Value Engineering: Durable, Beautiful Interiors for Blue Cross

SnapCab Blue Cross Lobby, elevator with light tan wood grain interior walls and ceiling, white and brown flooring

Independence Blue Cross (IBX), the largest health insurance provider in Philadelphia was renovating the lobby of their downtown headquarters. They decided to upgrade their dated elevators to complement the rest of the building. The IBX Tower (also known as the G. Fred DiBona Jr. Building) is one of the tallest – and busiest – buildings in Philadelphia. The steady influx of employees and visitors ensure that the 23 elevators run constantly; in the mornings, there are actual line-ups of people waiting to board the elevators. Any cab interior in this building has to withstand extreme, ongoing use.

The problem: the materials the design team wanted to feature inside the cabs just wouldn’t work in the cabs. Why not – and would they find a better alternative?


Longevity: A Design That Can Survive Constant Use

Initially, the architect shared their design intent and material preferences with the SnapCab team; we responded with value engineered suggestions; options designed to improve value by either reducing cost or improving function.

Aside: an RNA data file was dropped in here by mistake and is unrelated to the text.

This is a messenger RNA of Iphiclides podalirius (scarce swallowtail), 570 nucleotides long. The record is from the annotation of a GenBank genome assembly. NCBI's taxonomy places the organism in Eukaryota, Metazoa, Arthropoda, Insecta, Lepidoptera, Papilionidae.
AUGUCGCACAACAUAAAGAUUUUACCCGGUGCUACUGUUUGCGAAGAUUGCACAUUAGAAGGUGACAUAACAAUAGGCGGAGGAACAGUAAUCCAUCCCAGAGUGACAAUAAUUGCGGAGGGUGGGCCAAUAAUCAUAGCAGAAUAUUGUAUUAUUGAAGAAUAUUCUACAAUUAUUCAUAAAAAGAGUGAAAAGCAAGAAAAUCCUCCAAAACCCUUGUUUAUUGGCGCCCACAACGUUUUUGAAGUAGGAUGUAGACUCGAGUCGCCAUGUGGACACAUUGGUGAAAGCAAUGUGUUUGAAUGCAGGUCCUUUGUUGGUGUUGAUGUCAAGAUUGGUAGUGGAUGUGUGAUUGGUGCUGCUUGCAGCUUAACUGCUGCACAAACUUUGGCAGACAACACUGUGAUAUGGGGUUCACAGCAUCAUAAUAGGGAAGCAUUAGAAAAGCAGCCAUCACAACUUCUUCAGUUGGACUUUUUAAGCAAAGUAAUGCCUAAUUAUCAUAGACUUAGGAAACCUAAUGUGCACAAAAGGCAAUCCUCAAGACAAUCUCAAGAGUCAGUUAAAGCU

Their design team envisioned a rift cut oak veneer to match the lobby. In theory, it would look great – but our team knew that with the heavy traffic these elevators are subject to, the veneer would not last.

Next, we examined the possibility of protecting the oak veneer behind sheets of laminated glass, but it quickly became apparent that the heavy glass would mean that the cabs wouldn’t pass rigorous weight requirements.

Beautiful Design Meets Light-Weight Durability

The architects on this project had clear design intent. The question was how could we make their vision a viable reality? How could we value engineer a solution that passed code requirements and used their resources most efficiently? And how could we ensure that the beauty of the design was protected and prepared for heavy use?

Our solution: print an image of rift cut oak veneer on the back of thin, lightweight, ultra-strong Gorilla® Glass. Printing the design directly to the glass would reduce the weight, meaning the cabs would be up to code.

Their team had just one concern: would the panels look real or like laminate? To that, we explained how we would photograph different sections of the wood. When printed, each panel would be slightly varied – just like the natural grains of oak. With the high-resolution printing capacity and pristine color reproduction of Gorilla Glass, their panels would look like real wood, not laminate.

A Policy for Value

Part of our value engineered solution for IBX was education. Teaching the team of architects about materials, codes, and requirements enabled them to specify interiors that satisfied their design intent and facilitated compliance.

Today, the Blue Cross headquarters’ elevator interiors reflect the aesthetic of the building and can withstand virtually non-stop journeys carrying thousands of employees and visitors every day.